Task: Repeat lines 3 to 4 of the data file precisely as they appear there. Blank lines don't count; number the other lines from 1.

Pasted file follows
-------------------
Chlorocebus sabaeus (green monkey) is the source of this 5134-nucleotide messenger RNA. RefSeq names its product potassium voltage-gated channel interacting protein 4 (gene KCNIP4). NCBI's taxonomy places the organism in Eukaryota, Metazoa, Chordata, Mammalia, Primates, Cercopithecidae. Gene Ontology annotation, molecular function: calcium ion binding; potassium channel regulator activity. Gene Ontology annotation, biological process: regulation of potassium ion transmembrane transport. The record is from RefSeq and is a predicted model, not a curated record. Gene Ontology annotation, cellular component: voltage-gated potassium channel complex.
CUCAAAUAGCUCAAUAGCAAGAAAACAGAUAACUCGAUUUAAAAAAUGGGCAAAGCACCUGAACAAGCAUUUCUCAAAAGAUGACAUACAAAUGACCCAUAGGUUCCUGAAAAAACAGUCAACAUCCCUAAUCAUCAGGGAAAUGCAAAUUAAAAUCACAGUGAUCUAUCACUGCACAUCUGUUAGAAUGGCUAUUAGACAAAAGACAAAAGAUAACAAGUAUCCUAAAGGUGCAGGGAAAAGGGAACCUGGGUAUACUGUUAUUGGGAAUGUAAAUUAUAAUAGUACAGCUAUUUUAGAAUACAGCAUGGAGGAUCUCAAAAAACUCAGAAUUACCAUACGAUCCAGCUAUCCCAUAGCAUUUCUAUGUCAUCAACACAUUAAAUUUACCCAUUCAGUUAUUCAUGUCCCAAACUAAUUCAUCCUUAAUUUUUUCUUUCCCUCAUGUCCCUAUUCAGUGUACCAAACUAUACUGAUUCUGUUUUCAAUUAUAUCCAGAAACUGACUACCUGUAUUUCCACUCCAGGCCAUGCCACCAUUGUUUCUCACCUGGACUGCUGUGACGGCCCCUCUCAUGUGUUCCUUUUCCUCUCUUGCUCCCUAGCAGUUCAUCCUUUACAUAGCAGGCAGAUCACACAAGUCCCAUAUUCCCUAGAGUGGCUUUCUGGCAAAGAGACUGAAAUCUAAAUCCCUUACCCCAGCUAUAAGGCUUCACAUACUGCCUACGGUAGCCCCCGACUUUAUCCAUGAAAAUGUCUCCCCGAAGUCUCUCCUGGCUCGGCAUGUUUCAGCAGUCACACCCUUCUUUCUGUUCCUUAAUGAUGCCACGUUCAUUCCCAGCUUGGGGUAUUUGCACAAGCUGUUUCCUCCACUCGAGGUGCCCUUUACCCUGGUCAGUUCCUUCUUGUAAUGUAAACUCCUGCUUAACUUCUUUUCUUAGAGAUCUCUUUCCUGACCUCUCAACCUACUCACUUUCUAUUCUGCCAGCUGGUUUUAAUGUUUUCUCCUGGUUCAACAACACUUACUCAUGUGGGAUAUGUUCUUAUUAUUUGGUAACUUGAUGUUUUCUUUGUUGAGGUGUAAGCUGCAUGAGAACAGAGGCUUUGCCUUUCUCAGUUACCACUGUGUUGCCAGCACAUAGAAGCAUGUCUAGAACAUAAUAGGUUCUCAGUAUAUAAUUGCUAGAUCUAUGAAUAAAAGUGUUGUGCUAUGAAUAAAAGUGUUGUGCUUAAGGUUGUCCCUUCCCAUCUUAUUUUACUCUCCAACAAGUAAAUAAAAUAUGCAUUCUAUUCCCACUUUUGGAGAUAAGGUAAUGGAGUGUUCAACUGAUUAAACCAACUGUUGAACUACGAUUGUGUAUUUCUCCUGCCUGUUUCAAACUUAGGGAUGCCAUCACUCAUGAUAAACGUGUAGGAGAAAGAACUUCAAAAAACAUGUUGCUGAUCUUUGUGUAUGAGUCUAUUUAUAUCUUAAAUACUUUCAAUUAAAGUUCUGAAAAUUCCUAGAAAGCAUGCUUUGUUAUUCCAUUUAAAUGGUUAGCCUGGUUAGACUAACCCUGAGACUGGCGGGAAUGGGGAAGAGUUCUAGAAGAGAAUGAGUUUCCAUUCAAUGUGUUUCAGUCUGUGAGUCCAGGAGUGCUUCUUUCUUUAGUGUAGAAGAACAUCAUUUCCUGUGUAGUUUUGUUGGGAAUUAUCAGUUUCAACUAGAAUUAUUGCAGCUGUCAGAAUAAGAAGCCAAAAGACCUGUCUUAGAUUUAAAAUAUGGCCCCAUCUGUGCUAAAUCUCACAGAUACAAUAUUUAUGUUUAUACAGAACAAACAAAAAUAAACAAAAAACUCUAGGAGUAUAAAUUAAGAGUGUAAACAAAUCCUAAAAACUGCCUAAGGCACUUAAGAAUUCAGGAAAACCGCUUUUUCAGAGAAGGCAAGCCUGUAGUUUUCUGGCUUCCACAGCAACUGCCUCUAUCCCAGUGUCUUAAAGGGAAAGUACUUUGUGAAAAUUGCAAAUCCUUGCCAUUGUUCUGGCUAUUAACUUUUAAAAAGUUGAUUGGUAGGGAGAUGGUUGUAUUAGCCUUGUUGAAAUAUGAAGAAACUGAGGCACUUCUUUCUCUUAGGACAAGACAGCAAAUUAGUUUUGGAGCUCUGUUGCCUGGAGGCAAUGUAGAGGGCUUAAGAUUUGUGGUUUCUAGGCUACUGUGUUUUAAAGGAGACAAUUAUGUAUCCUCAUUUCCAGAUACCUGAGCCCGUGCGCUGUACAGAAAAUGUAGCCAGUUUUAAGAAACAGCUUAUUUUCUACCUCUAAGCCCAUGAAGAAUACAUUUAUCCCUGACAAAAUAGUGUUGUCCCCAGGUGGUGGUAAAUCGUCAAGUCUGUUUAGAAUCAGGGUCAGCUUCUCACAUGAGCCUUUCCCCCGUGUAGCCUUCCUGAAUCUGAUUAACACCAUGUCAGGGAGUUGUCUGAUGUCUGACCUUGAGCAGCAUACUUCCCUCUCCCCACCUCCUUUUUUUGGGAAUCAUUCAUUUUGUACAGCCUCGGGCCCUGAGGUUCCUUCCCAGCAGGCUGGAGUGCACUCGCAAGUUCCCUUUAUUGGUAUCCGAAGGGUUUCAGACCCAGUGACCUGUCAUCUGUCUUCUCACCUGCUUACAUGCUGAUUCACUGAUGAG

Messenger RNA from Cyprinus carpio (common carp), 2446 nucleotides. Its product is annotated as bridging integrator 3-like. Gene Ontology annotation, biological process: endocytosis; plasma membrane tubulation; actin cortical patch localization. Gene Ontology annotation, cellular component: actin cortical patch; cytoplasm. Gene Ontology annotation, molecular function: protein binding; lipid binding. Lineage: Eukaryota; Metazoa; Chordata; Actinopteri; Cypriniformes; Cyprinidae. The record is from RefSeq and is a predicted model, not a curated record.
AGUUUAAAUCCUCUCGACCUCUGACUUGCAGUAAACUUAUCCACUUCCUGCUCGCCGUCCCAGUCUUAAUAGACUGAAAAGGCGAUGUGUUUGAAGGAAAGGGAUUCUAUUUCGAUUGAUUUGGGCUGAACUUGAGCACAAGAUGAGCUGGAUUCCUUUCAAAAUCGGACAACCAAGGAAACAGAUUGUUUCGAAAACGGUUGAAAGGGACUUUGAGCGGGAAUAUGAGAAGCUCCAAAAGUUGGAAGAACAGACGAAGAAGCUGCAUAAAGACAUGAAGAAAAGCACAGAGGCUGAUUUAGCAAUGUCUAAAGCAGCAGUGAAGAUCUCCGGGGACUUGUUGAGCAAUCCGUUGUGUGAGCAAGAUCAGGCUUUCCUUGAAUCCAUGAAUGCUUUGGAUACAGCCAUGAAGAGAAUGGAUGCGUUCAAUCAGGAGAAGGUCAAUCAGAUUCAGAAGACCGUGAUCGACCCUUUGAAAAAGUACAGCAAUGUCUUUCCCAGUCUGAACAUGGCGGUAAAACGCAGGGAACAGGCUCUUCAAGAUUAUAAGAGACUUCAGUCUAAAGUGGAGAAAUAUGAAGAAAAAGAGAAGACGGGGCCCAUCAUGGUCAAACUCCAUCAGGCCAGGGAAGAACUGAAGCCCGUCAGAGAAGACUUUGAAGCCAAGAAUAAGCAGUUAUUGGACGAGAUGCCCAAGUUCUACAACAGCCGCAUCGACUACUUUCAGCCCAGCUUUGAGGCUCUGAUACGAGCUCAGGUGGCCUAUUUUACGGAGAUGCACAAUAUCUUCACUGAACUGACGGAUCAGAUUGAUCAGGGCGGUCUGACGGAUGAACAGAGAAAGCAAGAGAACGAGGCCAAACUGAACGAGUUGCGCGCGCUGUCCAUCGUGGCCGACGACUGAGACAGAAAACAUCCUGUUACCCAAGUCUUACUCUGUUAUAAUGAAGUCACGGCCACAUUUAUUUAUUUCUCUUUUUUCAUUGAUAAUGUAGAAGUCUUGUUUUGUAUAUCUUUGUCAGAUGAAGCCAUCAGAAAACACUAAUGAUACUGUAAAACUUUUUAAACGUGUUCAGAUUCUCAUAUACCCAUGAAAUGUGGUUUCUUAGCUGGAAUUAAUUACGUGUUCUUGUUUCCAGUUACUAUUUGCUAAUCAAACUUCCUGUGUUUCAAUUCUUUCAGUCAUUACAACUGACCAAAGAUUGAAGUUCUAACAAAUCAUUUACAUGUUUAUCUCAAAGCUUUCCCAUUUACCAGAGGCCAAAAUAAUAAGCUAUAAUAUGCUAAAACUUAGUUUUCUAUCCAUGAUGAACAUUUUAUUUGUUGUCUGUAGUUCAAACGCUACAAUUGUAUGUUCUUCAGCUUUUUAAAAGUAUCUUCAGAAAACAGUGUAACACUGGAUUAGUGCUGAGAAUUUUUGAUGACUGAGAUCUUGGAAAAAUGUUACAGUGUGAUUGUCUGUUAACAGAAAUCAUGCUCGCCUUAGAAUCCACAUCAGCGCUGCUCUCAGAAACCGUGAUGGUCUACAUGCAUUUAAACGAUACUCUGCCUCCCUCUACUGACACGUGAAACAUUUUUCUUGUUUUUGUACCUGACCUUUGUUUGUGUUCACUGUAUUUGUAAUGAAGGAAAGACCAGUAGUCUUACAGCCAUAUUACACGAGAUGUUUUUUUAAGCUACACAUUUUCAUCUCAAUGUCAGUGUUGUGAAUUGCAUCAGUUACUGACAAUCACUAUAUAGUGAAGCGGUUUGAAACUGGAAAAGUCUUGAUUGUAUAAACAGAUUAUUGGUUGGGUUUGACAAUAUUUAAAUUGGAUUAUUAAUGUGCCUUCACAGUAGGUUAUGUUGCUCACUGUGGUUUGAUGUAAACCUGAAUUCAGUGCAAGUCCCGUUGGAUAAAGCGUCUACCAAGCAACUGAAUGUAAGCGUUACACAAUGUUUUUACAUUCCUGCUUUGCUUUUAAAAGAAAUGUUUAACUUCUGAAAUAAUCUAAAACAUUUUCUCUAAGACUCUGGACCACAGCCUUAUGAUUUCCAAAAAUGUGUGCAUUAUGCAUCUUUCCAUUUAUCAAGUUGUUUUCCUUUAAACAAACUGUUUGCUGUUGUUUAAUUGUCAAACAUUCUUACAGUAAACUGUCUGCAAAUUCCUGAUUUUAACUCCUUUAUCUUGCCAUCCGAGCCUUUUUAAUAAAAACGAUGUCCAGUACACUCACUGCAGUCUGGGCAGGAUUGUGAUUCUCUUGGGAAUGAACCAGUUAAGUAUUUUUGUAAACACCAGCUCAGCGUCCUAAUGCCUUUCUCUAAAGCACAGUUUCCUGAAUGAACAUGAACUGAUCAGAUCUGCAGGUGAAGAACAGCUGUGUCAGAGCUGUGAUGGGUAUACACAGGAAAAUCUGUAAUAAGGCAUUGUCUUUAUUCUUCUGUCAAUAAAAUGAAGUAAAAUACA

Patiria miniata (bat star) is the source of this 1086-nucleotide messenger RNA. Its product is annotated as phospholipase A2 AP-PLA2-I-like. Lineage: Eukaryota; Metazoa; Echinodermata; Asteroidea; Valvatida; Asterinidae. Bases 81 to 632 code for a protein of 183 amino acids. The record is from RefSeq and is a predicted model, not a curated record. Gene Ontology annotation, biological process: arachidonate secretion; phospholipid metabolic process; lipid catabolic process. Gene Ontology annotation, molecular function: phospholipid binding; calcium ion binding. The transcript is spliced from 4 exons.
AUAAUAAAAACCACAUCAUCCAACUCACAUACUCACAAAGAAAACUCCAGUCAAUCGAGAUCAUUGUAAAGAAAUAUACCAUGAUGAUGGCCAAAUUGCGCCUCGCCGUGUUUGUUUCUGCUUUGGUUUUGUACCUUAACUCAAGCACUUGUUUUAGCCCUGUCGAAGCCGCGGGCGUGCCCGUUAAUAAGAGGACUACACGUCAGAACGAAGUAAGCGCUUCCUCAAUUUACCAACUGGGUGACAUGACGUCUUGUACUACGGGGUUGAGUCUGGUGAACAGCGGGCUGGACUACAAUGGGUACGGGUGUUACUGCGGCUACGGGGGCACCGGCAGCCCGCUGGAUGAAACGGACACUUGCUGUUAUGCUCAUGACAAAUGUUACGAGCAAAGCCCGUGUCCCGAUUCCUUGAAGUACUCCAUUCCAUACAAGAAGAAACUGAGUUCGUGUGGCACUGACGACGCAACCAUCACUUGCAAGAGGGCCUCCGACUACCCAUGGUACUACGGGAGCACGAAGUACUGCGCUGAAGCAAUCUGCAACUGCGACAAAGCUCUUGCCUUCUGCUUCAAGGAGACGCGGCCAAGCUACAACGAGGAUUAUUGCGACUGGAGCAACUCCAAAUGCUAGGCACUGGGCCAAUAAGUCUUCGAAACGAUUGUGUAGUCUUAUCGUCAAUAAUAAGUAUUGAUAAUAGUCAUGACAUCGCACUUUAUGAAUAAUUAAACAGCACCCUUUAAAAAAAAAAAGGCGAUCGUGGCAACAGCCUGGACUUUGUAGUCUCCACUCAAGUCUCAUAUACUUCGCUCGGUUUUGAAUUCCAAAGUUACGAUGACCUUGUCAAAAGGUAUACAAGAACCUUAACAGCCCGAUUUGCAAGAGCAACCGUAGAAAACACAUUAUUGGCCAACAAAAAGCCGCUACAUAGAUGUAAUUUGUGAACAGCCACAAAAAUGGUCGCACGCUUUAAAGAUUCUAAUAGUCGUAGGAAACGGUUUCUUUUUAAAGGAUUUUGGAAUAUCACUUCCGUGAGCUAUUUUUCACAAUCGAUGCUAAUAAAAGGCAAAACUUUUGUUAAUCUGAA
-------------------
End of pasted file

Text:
Messenger RNA from Cyprinus carpio (common carp), 2446 nucleotides. Its product is annotated as bridging integrator 3-like. Gene Ontology annotation, biological process: endocytosis; plasma membrane tubulation; actin cortical patch localization. Gene Ontology annotation, cellular component: actin cortical patch; cytoplasm. Gene Ontology annotation, molecular function: protein binding; lipid binding. Lineage: Eukaryota; Metazoa; Chordata; Actinopteri; Cypriniformes; Cyprinidae. The record is from RefSeq and is a predicted model, not a curated record.
AGUUUAAAUCCUCUCGACCUCUGACUUGCAGUAAACUUAUCCACUUCCUGCUCGCCGUCCCAGUCUUAAUAGACUGAAAAGGCGAUGUGUUUGAAGGAAAGGGAUUCUAUUUCGAUUGAUUUGGGCUGAACUUGAGCACAAGAUGAGCUGGAUUCCUUUCAAAAUCGGACAACCAAGGAAACAGAUUGUUUCGAAAACGGUUGAAAGGGACUUUGAGCGGGAAUAUGAGAAGCUCCAAAAGUUGGAAGAACAGACGAAGAAGCUGCAUAAAGACAUGAAGAAAAGCACAGAGGCUGAUUUAGCAAUGUCUAAAGCAGCAGUGAAGAUCUCCGGGGACUUGUUGAGCAAUCCGUUGUGUGAGCAAGAUCAGGCUUUCCUUGAAUCCAUGAAUGCUUUGGAUACAGCCAUGAAGAGAAUGGAUGCGUUCAAUCAGGAGAAGGUCAAUCAGAUUCAGAAGACCGUGAUCGACCCUUUGAAAAAGUACAGCAAUGUCUUUCCCAGUCUGAACAUGGCGGUAAAACGCAGGGAACAGGCUCUUCAAGAUUAUAAGAGACUUCAGUCUAAAGUGGAGAAAUAUGAAGAAAAAGAGAAGACGGGGCCCAUCAUGGUCAAACUCCAUCAGGCCAGGGAAGAACUGAAGCCCGUCAGAGAAGACUUUGAAGCCAAGAAUAAGCAGUUAUUGGACGAGAUGCCCAAGUUCUACAACAGCCGCAUCGACUACUUUCAGCCCAGCUUUGAGGCUCUGAUACGAGCUCAGGUGGCCUAUUUUACGGAGAUGCACAAUAUCUUCACUGAACUGACGGAUCAGAUUGAUCAGGGCGGUCUGACGGAUGAACAGAGAAAGCAAGAGAACGAGGCCAAACUGAACGAGUUGCGCGCGCUGUCCAUCGUGGCCGACGACUGAGACAGAAAACAUCCUGUUACCCAAGUCUUACUCUGUUAUAAUGAAGUCACGGCCACAUUUAUUUAUUUCUCUUUUUUCAUUGAUAAUGUAGAAGUCUUGUUUUGUAUAUCUUUGUCAGAUGAAGCCAUCAGAAAACACUAAUGAUACUGUAAAACUUUUUAAACGUGUUCAGAUUCUCAUAUACCCAUGAAAUGUGGUUUCUUAGCUGGAAUUAAUUACGUGUUCUUGUUUCCAGUUACUAUUUGCUAAUCAAACUUCCUGUGUUUCAAUUCUUUCAGUCAUUACAACUGACCAAAGAUUGAAGUUCUAACAAAUCAUUUACAUGUUUAUCUCAAAGCUUUCCCAUUUACCAGAGGCCAAAAUAAUAAGCUAUAAUAUGCUAAAACUUAGUUUUCUAUCCAUGAUGAACAUUUUAUUUGUUGUCUGUAGUUCAAACGCUACAAUUGUAUGUUCUUCAGCUUUUUAAAAGUAUCUUCAGAAAACAGUGUAACACUGGAUUAGUGCUGAGAAUUUUUGAUGACUGAGAUCUUGGAAAAAUGUUACAGUGUGAUUGUCUGUUAACAGAAAUCAUGCUCGCCUUAGAAUCCACAUCAGCGCUGCUCUCAGAAACCGUGAUGGUCUACAUGCAUUUAAACGAUACUCUGCCUCCCUCUACUGACACGUGAAACAUUUUUCUUGUUUUUGUACCUGACCUUUGUUUGUGUUCACUGUAUUUGUAAUGAAGGAAAGACCAGUAGUCUUACAGCCAUAUUACACGAGAUGUUUUUUUAAGCUACACAUUUUCAUCUCAAUGUCAGUGUUGUGAAUUGCAUCAGUUACUGACAAUCACUAUAUAGUGAAGCGGUUUGAAACUGGAAAAGUCUUGAUUGUAUAAACAGAUUAUUGGUUGGGUUUGACAAUAUUUAAAUUGGAUUAUUAAUGUGCCUUCACAGUAGGUUAUGUUGCUCACUGUGGUUUGAUGUAAACCUGAAUUCAGUGCAAGUCCCGUUGGAUAAAGCGUCUACCAAGCAACUGAAUGUAAGCGUUACACAAUGUUUUUACAUUCCUGCUUUGCUUUUAAAAGAAAUGUUUAACUUCUGAAAUAAUCUAAAACAUUUUCUCUAAGACUCUGGACCACAGCCUUAUGAUUUCCAAAAAUGUGUGCAUUAUGCAUCUUUCCAUUUAUCAAGUUGUUUUCCUUUAAACAAACUGUUUGCUGUUGUUUAAUUGUCAAACAUUCUUACAGUAAACUGUCUGCAAAUUCCUGAUUUUAACUCCUUUAUCUUGCCAUCCGAGCCUUUUUAAUAAAAACGAUGUCCAGUACACUCACUGCAGUCUGGGCAGGAUUGUGAUUCUCUUGGGAAUGAACCAGUUAAGUAUUUUUGUAAACACCAGCUCAGCGUCCUAAUGCCUUUCUCUAAAGCACAGUUUCCUGAAUGAACAUGAACUGAUCAGAUCUGCAGGUGAAGAACAGCUGUGUCAGAGCUGUGAUGGGUAUACACAGGAAAAUCUGUAAUAAGGCAUUGUCUUUAUUCUUCUGUCAAUAAAAUGAAGUAAAAUACA